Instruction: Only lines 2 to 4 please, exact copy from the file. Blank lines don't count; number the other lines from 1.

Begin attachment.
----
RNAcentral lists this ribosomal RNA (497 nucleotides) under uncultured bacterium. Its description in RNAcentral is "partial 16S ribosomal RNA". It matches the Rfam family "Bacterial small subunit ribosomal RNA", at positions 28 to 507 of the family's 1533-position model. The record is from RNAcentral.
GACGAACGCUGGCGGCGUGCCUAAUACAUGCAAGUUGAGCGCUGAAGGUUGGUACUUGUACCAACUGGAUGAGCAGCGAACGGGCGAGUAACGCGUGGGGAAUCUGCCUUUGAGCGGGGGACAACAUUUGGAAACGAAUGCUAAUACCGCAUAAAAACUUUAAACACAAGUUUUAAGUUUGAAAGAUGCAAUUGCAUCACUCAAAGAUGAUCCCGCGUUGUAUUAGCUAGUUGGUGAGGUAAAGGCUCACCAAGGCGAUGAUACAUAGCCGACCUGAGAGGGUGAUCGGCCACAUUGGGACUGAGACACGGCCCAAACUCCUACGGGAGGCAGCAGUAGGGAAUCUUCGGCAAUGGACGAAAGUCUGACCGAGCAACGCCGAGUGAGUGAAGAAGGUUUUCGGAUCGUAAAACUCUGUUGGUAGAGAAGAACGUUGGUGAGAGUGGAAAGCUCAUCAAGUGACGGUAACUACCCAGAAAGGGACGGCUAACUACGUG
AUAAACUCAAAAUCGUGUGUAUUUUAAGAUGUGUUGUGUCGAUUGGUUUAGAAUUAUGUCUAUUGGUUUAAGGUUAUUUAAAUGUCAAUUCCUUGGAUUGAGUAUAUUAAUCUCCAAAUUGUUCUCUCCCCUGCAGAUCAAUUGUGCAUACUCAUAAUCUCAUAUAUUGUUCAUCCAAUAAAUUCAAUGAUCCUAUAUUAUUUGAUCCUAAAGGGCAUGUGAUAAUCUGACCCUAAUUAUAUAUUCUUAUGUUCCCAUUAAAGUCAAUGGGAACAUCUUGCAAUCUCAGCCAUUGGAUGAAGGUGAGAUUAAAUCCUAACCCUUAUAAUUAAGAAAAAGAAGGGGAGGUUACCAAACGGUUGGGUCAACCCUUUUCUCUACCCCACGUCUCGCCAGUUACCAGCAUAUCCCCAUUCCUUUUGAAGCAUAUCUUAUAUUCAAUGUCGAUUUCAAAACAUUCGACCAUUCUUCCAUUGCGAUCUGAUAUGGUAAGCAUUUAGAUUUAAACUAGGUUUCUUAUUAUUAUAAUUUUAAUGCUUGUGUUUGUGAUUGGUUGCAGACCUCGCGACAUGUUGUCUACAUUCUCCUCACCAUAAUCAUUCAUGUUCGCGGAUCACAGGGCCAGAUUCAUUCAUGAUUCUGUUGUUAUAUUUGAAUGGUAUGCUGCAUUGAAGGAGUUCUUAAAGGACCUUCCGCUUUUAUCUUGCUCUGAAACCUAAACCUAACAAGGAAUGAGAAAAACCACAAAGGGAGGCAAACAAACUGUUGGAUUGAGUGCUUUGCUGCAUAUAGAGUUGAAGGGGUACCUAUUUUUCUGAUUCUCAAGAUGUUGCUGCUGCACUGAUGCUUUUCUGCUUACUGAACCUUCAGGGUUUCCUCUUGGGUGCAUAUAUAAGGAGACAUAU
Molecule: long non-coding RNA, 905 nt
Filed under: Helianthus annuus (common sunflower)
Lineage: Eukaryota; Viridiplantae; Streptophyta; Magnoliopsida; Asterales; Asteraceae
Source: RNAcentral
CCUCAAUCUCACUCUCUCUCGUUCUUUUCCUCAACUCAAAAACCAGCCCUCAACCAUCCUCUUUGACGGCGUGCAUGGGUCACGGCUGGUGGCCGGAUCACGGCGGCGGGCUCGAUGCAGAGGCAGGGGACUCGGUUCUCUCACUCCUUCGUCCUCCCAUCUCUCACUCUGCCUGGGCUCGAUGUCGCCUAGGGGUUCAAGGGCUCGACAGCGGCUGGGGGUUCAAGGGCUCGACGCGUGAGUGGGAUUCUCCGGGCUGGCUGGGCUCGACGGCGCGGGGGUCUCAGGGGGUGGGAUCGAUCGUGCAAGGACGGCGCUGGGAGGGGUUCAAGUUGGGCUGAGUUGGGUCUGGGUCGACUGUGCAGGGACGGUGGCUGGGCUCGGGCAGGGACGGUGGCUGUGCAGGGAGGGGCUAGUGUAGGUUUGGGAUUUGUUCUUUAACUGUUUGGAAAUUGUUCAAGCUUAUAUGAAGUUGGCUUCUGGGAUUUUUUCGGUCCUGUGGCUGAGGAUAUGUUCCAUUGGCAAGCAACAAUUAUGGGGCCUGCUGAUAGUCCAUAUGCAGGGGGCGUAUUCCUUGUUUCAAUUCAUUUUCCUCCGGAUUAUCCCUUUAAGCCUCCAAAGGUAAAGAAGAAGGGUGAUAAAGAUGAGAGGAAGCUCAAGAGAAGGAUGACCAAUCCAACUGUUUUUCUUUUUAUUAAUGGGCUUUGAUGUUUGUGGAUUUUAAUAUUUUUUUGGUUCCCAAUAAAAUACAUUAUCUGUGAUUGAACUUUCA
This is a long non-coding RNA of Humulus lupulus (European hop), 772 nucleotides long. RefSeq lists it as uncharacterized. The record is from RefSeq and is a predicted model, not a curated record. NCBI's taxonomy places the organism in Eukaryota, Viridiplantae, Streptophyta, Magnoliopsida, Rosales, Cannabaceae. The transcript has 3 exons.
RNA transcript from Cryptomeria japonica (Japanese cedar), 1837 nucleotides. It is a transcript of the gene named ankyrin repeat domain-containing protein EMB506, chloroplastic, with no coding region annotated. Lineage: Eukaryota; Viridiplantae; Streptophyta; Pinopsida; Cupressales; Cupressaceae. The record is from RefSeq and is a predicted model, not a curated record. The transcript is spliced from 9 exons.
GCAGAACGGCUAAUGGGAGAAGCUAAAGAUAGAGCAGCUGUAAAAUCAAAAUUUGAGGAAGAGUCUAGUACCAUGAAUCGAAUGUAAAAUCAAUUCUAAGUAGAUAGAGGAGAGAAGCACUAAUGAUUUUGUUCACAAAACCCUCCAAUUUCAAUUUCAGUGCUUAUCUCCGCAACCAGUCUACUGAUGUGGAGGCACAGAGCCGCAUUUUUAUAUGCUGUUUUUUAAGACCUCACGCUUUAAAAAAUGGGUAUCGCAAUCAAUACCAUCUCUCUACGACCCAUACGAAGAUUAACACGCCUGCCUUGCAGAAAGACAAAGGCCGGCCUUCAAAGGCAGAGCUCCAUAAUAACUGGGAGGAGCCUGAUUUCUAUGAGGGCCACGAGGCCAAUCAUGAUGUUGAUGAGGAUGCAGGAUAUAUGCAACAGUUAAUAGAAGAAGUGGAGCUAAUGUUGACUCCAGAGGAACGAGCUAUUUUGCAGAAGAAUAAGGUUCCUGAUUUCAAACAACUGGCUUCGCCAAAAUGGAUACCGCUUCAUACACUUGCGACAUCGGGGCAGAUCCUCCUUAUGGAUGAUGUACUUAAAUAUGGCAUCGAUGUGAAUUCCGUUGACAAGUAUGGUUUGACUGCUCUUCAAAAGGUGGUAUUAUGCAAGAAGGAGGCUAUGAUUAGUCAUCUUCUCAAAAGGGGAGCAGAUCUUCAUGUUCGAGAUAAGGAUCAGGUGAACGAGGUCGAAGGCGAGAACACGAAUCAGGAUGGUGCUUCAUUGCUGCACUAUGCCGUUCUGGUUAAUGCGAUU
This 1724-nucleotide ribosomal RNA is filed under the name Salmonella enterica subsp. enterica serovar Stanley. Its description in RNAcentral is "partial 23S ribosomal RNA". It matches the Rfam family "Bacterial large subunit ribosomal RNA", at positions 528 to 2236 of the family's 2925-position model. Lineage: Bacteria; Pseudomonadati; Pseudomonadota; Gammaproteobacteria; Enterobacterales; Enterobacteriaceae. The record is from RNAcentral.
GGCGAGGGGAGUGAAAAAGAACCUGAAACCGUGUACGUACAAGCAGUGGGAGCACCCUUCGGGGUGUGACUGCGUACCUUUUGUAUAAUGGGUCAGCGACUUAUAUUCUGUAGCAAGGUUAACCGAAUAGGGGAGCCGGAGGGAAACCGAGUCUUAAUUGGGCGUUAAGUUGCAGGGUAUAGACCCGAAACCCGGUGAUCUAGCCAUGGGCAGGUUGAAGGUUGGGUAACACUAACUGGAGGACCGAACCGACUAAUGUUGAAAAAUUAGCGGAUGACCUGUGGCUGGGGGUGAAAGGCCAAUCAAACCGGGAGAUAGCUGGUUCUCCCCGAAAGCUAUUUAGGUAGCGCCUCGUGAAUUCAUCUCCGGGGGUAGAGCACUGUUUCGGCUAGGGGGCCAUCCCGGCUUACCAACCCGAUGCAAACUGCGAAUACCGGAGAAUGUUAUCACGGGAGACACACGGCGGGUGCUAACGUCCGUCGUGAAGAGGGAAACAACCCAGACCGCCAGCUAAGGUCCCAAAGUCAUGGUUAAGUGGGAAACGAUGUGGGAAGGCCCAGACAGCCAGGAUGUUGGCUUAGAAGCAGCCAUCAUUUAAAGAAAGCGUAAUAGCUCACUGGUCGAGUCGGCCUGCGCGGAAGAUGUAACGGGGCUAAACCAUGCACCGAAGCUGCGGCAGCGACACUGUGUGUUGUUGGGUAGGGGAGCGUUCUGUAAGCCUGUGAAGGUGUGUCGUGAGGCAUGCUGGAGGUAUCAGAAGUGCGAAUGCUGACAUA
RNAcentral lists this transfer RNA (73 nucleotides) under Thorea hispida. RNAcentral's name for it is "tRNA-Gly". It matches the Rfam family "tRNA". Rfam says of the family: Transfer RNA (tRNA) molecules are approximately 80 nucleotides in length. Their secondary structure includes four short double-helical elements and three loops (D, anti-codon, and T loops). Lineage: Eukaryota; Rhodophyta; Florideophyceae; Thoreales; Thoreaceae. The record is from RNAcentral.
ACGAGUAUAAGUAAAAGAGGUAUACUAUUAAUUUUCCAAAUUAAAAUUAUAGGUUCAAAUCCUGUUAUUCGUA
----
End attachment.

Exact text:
GACGAACGCUGGCGGCGUGCCUAAUACAUGCAAGUUGAGCGCUGAAGGUUGGUACUUGUACCAACUGGAUGAGCAGCGAACGGGCGAGUAACGCGUGGGGAAUCUGCCUUUGAGCGGGGGACAACAUUUGGAAACGAAUGCUAAUACCGCAUAAAAACUUUAAACACAAGUUUUAAGUUUGAAAGAUGCAAUUGCAUCACUCAAAGAUGAUCCCGCGUUGUAUUAGCUAGUUGGUGAGGUAAAGGCUCACCAAGGCGAUGAUACAUAGCCGACCUGAGAGGGUGAUCGGCCACAUUGGGACUGAGACACGGCCCAAACUCCUACGGGAGGCAGCAGUAGGGAAUCUUCGGCAAUGGACGAAAGUCUGACCGAGCAACGCCGAGUGAGUGAAGAAGGUUUUCGGAUCGUAAAACUCUGUUGGUAGAGAAGAACGUUGGUGAGAGUGGAAAGCUCAUCAAGUGACGGUAACUACCCAGAAAGGGACGGCUAACUACGUG
AUAAACUCAAAAUCGUGUGUAUUUUAAGAUGUGUUGUGUCGAUUGGUUUAGAAUUAUGUCUAUUGGUUUAAGGUUAUUUAAAUGUCAAUUCCUUGGAUUGAGUAUAUUAAUCUCCAAAUUGUUCUCUCCCCUGCAGAUCAAUUGUGCAUACUCAUAAUCUCAUAUAUUGUUCAUCCAAUAAAUUCAAUGAUCCUAUAUUAUUUGAUCCUAAAGGGCAUGUGAUAAUCUGACCCUAAUUAUAUAUUCUUAUGUUCCCAUUAAAGUCAAUGGGAACAUCUUGCAAUCUCAGCCAUUGGAUGAAGGUGAGAUUAAAUCCUAACCCUUAUAAUUAAGAAAAAGAAGGGGAGGUUACCAAACGGUUGGGUCAACCCUUUUCUCUACCCCACGUCUCGCCAGUUACCAGCAUAUCCCCAUUCCUUUUGAAGCAUAUCUUAUAUUCAAUGUCGAUUUCAAAACAUUCGACCAUUCUUCCAUUGCGAUCUGAUAUGGUAAGCAUUUAGAUUUAAACUAGGUUUCUUAUUAUUAUAAUUUUAAUGCUUGUGUUUGUGAUUGGUUGCAGACCUCGCGACAUGUUGUCUACAUUCUCCUCACCAUAAUCAUUCAUGUUCGCGGAUCACAGGGCCAGAUUCAUUCAUGAUUCUGUUGUUAUAUUUGAAUGGUAUGCUGCAUUGAAGGAGUUCUUAAAGGACCUUCCGCUUUUAUCUUGCUCUGAAACCUAAACCUAACAAGGAAUGAGAAAAACCACAAAGGGAGGCAAACAAACUGUUGGAUUGAGUGCUUUGCUGCAUAUAGAGUUGAAGGGGUACCUAUUUUUCUGAUUCUCAAGAUGUUGCUGCUGCACUGAUGCUUUUCUGCUUACUGAACCUUCAGGGUUUCCUCUUGGGUGCAUAUAUAAGGAGACAUAU
Molecule: long non-coding RNA, 905 nt